Old starters: LG Xavier Su’a-Filo (52.0), C Ben Jones (69.4), RG Brandon Brooks (66.7)
New starters: LG Jeff Allen (85.5), C Nick Martin (rookie), RG Tony Bergstrom (76.4)
The interior of the Texans’ offensive line used to be a strength after Brandon Brooks and Ben Jones were drafted in 2012 to play guard around center Chris Myers. In 2015, though, the Texans were without Myers, and the line didn’t play nearly as well. Both Brooks and Jones left via free agency, but the Texans did a good job in replacing both, as well as finding a new guard. Former Chief Jeff Allen earned the sixth-highest run-blocking grade among guards last season, and didn’t allow a sack or hit all year. Tony Bergstrom’s playing time has been limited in his career, but in 254 snaps in 2015, he didn’t allow a sack or hit, either, and was an above-average run-blocker. Finally, they added Nick Martin in the draft; the former Notre Dame O-lineman is known for his run-blocking, but also didn’t allow a sack or hit in 2015. While it might take time for them to develop chemistry together, the interior line should become a strength for Houston again soon.
5. Buccaneers’ cornerbacks
Old starters: Sterling Moore (66.8), Jude Adjei-Barimah (48.1), Johnthan Banks (42.9)
New starters: Brent Grimes (74.8), Vernon Hargreaves (rookie)
Throughout the 2015 season, Tampa Bay had players rotating in and out of the starting lineup at their outside cornerback spots, with no combination of players working well for them. That should change in 2016 after adding two new outside CBs this offseason. First they brought in former Dolphin Brent Grimes, who was one of seven cornerbacks in 2015 with both four or more interceptions and seven or more passes defended. In the draft they added Vernon Hargreaves to play opposite of Grimes. For Florida in 2014, Hargreaves allowed an NFL passer rating of 41.6 when targeted, and he played at roughly the same level in 2015, with a passer rating allowed of 49.0. The Buccaneers should have more consistency and better play out of their cornerbacks this upcoming season.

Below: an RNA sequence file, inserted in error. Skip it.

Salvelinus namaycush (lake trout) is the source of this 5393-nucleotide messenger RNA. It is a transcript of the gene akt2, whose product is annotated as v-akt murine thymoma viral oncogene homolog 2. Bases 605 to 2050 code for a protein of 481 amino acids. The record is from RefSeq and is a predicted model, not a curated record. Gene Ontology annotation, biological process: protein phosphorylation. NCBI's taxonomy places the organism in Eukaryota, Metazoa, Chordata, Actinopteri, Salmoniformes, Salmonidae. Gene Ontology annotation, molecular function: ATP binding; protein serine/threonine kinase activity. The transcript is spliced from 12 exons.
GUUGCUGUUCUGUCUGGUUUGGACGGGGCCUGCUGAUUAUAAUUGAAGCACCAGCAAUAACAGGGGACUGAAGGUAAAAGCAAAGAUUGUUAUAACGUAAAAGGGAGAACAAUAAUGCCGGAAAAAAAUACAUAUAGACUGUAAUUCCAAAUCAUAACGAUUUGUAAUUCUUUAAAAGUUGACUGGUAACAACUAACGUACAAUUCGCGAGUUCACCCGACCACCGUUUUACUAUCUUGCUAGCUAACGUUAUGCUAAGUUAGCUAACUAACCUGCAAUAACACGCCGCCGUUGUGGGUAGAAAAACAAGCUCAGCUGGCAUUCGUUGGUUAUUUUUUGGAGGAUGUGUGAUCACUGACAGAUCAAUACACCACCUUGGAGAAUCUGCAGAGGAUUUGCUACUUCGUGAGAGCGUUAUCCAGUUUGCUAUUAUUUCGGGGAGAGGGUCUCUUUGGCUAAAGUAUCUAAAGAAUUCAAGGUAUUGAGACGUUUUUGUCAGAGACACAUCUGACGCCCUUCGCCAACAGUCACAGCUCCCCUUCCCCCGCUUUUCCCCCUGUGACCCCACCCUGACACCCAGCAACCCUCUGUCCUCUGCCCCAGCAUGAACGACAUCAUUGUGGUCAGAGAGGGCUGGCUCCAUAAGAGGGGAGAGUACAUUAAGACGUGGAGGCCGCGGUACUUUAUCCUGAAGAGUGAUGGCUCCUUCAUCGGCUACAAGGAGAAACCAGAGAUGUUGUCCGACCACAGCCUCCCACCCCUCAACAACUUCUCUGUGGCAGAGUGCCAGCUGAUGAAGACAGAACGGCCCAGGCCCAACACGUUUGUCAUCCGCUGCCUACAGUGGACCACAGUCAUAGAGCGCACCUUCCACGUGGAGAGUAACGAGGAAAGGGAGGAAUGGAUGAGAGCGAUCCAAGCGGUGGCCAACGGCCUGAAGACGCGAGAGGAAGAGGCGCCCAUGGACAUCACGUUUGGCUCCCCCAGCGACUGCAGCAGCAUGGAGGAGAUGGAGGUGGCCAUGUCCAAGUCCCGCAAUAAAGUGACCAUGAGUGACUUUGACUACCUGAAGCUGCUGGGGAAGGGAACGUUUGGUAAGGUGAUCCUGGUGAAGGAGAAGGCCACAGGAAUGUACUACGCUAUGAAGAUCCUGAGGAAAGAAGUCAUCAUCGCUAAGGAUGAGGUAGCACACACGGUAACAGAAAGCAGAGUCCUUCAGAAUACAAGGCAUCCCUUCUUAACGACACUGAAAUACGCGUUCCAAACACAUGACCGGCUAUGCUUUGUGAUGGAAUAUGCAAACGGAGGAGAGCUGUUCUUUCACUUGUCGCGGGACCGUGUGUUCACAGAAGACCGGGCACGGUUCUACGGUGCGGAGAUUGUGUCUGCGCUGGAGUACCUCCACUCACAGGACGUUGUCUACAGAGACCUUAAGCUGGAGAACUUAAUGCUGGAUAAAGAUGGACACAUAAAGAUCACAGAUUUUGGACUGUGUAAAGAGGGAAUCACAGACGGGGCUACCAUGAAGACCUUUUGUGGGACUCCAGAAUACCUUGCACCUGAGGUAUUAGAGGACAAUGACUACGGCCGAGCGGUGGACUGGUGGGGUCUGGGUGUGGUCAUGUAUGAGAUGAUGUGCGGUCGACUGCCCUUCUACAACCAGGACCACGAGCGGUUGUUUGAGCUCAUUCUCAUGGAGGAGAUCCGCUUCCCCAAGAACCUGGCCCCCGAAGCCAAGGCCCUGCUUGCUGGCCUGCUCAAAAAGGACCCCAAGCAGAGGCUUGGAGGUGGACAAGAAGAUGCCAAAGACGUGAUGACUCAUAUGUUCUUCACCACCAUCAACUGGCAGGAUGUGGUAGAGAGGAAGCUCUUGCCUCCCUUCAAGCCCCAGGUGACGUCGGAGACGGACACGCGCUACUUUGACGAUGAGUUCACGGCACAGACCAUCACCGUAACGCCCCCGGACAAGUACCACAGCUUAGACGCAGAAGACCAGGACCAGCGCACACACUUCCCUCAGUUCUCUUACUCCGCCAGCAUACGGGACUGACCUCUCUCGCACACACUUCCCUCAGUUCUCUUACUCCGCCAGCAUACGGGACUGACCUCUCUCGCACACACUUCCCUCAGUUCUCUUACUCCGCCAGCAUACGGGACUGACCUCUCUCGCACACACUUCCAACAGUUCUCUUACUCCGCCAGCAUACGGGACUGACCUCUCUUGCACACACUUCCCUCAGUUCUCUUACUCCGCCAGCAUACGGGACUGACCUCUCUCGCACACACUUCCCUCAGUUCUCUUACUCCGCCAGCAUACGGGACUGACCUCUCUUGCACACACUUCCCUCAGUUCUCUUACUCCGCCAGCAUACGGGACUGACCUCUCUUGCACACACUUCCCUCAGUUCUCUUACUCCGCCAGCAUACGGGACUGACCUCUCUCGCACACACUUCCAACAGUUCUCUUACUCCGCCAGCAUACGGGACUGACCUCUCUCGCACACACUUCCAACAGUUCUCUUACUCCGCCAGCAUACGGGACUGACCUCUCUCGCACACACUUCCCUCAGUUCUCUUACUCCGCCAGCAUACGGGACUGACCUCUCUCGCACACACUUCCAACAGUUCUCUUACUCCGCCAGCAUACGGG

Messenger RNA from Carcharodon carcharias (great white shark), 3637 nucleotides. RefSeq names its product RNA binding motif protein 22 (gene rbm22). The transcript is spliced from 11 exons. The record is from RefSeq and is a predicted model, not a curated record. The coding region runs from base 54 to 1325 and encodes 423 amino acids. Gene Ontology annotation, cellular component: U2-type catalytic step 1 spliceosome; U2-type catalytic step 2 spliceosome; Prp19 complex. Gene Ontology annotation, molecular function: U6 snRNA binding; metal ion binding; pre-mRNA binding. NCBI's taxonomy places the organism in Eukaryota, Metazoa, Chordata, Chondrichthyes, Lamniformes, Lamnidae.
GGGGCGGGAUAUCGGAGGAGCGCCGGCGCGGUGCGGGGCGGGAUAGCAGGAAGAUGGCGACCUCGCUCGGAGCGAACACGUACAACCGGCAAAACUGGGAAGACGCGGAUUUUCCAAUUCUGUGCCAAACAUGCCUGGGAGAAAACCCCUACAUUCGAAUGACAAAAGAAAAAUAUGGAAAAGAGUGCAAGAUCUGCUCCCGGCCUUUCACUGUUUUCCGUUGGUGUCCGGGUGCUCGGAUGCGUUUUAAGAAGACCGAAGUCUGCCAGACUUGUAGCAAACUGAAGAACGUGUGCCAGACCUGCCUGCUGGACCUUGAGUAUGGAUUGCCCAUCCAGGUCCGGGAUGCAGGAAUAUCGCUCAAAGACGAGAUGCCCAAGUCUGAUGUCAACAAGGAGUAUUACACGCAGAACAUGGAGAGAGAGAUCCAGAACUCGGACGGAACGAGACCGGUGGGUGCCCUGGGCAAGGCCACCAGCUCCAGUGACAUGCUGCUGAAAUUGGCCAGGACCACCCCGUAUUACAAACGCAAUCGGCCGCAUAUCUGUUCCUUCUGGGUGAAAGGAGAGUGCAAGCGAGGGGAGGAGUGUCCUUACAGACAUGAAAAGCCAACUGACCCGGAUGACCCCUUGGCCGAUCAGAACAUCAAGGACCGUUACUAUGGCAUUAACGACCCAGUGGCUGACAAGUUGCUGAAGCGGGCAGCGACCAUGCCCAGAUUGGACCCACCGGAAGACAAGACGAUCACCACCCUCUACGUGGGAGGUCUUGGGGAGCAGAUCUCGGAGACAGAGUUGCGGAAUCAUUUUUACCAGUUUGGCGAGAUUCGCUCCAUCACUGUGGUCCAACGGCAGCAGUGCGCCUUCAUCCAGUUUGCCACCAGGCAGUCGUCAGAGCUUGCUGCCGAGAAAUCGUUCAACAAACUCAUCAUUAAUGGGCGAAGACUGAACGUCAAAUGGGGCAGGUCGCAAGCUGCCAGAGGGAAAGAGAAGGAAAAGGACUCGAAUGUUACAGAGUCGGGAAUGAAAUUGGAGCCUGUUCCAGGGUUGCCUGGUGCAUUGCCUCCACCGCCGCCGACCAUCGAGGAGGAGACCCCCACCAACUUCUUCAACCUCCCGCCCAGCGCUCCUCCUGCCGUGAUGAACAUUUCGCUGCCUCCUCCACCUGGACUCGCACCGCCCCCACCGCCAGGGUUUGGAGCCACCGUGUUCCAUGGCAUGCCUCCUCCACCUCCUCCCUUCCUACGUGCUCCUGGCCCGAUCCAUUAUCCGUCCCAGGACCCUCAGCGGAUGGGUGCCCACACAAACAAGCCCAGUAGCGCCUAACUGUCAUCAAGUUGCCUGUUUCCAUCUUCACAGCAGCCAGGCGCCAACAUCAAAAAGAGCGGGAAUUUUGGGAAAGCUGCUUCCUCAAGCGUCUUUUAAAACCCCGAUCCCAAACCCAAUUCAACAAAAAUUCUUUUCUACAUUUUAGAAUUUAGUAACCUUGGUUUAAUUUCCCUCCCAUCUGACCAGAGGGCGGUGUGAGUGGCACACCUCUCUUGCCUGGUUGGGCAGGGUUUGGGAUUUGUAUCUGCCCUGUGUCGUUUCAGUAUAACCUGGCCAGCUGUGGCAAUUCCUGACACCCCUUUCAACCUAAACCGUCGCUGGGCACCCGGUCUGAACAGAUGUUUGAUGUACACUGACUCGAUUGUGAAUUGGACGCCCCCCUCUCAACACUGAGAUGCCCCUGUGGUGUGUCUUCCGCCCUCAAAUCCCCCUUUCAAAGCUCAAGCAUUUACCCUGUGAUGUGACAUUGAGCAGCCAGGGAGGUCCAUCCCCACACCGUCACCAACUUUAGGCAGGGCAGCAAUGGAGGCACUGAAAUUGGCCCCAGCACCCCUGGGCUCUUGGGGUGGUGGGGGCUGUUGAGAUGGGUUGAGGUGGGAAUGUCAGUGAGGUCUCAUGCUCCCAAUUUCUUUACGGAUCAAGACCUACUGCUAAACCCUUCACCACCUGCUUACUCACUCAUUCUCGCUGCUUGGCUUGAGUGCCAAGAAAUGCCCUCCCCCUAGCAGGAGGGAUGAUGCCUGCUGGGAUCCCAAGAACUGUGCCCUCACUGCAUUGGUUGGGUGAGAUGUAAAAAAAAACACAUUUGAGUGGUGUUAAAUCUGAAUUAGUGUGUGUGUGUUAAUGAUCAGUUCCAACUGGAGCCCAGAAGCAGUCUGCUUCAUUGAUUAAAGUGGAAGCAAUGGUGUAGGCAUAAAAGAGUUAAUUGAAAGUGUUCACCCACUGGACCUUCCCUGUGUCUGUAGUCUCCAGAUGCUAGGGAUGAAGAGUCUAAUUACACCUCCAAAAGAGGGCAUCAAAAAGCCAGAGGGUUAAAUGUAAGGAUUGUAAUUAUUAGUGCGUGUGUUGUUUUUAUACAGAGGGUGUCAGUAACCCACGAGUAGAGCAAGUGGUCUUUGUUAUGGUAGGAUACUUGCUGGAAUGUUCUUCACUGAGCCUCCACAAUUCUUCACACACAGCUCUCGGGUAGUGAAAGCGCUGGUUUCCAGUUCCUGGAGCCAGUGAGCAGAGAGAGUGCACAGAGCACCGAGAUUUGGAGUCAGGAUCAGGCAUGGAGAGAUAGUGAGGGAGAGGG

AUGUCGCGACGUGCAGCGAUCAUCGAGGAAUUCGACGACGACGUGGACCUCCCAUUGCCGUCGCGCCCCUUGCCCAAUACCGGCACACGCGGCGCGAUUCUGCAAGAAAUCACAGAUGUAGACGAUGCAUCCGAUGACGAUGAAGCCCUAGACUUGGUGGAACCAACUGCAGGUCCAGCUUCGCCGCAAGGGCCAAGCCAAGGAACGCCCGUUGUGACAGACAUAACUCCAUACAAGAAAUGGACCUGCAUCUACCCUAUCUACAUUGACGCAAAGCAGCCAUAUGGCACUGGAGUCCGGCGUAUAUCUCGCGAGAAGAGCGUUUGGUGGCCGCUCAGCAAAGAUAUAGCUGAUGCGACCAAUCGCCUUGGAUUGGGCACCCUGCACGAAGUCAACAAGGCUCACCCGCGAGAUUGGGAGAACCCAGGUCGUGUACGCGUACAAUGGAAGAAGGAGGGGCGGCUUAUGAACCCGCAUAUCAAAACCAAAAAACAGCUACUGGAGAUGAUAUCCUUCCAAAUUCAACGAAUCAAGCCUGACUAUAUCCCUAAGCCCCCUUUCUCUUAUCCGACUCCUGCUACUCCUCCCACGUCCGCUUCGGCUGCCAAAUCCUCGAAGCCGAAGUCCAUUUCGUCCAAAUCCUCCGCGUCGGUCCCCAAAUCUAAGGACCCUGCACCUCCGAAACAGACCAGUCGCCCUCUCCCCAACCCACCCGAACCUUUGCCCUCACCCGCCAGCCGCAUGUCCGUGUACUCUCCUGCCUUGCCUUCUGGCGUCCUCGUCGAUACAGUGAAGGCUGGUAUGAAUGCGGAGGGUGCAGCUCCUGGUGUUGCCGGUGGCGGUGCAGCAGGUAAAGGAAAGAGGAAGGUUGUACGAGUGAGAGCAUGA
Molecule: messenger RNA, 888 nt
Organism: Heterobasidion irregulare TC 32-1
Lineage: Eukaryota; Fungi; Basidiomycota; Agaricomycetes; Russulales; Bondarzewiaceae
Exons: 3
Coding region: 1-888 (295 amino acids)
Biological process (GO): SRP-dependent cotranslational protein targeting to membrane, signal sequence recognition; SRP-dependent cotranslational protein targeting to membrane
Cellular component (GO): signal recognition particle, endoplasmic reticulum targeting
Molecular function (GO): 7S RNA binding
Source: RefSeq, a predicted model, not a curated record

6. Cowboys’ running backs
End-of-season depth chart: Darren McFadden (68.8), Robert Turbin (65.6), Rod Smith (60.3)
New projected depth chart: Ezekiel Elliott (rookie), Alfred Morris (69.7), Darren McFadden (68.8), Lance Dunbar (71.1)
There was plenty of running back movement in free agency, as well as a lot of running backs drafted who can make an impact this year, but no team improved more at the position than Dallas. The Cowboys’ biggest headline of the offseason was the addition of Ezekiel Elliott. The former Buckeye recorded 1,050 yards after contact alone, fourth-best for college running backs last year. Adding Alfred Morris from Washington in free agency didn’t get as much attention, partially due to his down year in 2015, but in two of his four years in the league, he’s been among the top five running backs in forced missed tackles recorded. Throw in the return of Lance Dunbar, who was leading the league in yards per route run for running backs before his injury, and incumbent starter Darren McFadden might not have a role in the offense in 2016.
7. Saints’ defensive tackles
Old interior rushers: Kevin Williams (77.7), Tyeler Davison (59.2)
New interior rushers: Nick Fairley (82.0), Sheldon Rankins (rookie)